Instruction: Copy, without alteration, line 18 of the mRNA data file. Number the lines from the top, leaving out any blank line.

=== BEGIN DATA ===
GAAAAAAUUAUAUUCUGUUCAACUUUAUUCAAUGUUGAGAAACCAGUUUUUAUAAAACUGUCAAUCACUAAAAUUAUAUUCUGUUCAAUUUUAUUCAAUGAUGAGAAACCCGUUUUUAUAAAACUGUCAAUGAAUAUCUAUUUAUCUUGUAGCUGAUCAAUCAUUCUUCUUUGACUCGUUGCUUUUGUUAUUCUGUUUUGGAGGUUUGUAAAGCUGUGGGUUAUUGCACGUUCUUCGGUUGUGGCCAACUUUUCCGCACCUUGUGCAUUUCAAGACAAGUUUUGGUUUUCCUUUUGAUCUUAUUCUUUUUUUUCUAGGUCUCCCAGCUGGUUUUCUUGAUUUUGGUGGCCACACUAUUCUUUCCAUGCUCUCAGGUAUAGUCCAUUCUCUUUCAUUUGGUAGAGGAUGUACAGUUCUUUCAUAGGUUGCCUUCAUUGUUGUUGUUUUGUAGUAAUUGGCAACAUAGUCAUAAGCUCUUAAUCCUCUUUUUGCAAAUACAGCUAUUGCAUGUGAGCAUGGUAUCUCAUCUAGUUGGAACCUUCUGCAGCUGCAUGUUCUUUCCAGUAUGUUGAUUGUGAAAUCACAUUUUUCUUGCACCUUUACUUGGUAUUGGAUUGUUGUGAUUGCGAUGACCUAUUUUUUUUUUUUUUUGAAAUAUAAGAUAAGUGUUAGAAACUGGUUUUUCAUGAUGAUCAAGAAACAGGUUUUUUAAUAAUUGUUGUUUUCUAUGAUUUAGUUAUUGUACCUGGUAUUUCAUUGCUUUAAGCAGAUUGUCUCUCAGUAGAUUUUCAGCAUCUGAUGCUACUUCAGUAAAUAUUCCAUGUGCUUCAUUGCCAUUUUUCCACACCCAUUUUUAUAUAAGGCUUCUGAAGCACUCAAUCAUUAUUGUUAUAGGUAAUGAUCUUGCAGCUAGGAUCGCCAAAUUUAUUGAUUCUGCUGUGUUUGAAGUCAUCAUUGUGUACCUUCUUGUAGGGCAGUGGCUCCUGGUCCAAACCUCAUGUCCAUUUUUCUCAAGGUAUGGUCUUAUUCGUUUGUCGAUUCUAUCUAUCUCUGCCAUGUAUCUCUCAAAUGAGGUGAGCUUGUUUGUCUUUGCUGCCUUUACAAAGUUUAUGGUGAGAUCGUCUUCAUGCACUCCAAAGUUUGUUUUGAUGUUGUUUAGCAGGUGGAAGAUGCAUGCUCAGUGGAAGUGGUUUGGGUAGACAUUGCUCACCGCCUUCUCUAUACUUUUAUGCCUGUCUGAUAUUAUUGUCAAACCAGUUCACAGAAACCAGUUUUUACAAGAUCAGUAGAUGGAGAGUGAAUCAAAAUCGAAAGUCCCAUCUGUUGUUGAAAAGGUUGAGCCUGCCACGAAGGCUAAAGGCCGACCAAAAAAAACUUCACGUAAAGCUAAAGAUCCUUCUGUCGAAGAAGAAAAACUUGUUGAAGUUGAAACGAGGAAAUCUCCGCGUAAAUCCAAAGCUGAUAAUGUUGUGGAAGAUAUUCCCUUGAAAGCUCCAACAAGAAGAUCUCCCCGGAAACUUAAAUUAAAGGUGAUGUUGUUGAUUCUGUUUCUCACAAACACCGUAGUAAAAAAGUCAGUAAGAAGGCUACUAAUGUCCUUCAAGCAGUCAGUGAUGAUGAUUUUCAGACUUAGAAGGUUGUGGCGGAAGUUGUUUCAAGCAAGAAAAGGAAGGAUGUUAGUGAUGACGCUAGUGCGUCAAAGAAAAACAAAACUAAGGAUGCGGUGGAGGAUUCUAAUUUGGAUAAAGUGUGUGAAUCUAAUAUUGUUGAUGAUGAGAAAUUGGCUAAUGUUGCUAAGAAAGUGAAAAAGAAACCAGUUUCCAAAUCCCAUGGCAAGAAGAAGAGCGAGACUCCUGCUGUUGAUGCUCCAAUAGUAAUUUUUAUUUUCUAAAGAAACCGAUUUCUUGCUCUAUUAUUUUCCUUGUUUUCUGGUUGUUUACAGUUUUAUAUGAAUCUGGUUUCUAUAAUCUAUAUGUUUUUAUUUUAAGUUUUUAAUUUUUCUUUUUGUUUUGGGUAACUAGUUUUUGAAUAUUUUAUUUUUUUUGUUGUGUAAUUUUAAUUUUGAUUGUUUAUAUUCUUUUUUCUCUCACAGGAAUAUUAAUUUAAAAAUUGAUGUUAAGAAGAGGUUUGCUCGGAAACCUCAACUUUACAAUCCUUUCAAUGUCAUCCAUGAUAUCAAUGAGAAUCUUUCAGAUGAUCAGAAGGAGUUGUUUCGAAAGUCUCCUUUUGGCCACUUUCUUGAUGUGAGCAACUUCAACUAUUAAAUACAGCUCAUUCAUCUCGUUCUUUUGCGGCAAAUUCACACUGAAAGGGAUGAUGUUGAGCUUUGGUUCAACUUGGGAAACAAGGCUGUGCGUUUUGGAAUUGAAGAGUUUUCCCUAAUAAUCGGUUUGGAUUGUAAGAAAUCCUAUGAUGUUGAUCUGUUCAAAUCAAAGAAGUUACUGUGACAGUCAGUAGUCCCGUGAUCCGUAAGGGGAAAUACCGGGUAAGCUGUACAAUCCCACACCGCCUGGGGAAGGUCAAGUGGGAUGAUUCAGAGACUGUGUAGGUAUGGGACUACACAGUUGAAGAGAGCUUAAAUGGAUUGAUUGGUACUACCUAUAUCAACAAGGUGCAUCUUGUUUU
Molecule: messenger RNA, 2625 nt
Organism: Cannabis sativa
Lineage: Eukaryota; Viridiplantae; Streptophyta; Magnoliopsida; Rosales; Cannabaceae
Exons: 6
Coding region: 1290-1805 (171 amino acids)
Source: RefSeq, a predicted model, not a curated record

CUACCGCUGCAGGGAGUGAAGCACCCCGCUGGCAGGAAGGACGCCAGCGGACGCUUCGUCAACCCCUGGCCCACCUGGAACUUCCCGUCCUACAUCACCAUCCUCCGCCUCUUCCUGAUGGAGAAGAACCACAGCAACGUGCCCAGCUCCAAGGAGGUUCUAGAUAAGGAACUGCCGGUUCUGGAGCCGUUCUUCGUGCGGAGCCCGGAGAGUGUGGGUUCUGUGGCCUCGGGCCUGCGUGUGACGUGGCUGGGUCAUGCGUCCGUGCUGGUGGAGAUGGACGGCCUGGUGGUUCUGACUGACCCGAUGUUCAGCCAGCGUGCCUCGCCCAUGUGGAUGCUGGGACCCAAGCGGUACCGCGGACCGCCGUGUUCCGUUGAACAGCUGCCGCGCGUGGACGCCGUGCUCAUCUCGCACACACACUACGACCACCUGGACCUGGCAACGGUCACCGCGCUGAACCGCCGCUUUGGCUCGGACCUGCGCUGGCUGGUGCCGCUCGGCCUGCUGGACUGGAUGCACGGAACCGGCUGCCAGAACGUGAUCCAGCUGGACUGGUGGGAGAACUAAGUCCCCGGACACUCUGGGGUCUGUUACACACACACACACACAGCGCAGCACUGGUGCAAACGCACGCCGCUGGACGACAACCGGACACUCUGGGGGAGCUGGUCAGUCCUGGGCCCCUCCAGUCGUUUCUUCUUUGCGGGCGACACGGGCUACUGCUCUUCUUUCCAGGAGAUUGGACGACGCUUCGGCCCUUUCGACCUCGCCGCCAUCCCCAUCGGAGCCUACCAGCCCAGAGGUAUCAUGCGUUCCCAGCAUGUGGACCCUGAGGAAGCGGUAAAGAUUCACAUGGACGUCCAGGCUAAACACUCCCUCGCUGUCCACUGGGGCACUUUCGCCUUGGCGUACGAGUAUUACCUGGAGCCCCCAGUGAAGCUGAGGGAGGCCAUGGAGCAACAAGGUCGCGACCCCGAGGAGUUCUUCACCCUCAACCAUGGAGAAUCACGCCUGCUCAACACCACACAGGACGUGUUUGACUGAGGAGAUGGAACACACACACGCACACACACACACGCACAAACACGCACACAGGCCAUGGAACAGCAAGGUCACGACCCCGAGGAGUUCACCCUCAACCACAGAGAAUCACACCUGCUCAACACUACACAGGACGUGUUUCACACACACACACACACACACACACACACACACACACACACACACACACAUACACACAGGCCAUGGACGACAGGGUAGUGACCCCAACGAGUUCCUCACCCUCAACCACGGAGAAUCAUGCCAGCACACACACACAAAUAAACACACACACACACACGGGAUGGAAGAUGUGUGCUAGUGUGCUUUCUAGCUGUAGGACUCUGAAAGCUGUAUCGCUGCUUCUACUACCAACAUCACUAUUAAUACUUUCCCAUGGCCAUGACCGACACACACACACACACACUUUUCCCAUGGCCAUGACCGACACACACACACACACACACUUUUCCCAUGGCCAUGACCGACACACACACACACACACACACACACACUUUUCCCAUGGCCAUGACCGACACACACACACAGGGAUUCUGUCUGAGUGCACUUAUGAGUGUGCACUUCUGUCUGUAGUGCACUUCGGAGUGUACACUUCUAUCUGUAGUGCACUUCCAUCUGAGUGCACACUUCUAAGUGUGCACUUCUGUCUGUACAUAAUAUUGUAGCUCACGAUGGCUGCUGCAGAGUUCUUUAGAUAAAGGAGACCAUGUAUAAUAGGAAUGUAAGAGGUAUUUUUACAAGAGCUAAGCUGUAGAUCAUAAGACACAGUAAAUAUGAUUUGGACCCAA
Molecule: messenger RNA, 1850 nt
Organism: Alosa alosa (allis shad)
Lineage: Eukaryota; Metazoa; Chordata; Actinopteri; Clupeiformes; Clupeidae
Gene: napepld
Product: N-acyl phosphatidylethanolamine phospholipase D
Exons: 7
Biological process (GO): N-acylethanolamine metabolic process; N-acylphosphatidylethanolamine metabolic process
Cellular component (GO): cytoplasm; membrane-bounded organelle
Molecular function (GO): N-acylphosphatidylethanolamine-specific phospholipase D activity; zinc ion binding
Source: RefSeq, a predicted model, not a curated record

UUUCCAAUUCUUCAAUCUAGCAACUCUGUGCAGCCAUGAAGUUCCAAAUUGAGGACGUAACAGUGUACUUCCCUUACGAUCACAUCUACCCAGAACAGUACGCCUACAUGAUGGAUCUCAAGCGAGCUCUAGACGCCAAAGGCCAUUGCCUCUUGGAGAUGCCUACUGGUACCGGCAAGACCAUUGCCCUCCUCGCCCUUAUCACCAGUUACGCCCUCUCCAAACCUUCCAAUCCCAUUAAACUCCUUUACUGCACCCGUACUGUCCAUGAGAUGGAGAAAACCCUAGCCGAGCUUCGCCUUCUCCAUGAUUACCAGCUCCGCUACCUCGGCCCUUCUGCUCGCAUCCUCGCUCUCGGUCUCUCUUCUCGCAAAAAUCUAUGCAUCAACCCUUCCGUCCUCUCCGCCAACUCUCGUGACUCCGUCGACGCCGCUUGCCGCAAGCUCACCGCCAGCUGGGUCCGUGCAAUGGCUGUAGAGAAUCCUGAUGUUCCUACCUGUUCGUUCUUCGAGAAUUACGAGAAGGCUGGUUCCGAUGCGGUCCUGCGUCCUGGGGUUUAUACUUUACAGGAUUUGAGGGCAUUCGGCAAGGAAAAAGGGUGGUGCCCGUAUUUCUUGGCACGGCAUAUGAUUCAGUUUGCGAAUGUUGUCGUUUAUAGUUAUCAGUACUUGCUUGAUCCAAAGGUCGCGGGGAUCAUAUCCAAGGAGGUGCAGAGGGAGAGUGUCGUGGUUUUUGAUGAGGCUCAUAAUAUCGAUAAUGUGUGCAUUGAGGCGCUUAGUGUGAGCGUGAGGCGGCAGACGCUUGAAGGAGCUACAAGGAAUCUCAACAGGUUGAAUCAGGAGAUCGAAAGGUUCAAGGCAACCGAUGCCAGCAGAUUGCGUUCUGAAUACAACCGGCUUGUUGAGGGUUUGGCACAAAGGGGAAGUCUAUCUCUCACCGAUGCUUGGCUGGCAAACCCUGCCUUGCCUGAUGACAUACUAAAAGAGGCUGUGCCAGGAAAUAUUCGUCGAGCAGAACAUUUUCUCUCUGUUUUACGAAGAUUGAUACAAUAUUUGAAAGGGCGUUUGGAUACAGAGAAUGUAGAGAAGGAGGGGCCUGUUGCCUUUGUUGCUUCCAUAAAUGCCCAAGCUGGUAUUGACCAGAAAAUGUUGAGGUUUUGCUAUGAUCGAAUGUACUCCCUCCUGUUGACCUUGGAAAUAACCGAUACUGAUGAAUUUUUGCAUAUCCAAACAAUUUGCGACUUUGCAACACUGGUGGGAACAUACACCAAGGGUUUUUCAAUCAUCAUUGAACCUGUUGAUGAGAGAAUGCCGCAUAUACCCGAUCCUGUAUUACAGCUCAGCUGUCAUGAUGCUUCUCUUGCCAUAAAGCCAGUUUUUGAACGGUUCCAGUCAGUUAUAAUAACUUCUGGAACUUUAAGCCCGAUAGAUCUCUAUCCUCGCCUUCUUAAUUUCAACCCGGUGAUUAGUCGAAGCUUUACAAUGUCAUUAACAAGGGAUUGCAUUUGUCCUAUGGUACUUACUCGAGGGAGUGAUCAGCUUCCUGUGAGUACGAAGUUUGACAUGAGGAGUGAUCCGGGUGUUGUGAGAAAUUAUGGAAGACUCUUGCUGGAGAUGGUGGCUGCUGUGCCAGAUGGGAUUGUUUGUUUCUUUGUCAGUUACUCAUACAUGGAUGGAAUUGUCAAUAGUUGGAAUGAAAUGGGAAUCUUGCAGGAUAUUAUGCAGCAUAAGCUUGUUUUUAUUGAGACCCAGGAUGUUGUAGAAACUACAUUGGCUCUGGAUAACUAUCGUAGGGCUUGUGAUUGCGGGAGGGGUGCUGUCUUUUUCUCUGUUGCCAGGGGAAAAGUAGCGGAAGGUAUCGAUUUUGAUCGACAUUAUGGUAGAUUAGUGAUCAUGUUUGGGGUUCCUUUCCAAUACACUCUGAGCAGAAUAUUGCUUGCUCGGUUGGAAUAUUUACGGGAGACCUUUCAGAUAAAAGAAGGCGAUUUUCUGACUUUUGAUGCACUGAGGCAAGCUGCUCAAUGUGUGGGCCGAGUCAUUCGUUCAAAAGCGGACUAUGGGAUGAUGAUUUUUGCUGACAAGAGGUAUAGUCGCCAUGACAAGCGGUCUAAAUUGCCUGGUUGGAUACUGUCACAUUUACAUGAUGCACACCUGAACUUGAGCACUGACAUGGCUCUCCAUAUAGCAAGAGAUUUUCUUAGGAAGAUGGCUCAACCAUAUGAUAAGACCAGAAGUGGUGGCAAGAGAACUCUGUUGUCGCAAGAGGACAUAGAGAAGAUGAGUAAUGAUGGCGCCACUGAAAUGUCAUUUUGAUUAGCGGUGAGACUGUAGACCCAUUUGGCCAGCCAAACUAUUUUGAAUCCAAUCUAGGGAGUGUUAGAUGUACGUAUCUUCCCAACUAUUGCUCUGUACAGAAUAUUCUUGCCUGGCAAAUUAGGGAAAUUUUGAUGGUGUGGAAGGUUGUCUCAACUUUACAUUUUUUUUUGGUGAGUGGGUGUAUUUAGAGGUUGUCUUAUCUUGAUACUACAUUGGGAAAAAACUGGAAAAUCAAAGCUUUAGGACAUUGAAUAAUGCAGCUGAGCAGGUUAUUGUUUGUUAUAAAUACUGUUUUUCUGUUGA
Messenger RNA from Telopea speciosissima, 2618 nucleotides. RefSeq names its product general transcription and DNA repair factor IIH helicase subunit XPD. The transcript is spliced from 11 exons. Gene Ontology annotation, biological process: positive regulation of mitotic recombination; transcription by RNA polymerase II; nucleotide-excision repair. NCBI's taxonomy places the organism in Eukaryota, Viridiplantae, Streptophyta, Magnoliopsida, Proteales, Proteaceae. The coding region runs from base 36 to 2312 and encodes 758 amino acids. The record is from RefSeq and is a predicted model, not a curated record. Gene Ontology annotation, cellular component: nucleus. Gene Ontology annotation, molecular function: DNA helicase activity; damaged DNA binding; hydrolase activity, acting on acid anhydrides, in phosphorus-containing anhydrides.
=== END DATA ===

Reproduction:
Source: RefSeq, a predicted model, not a curated record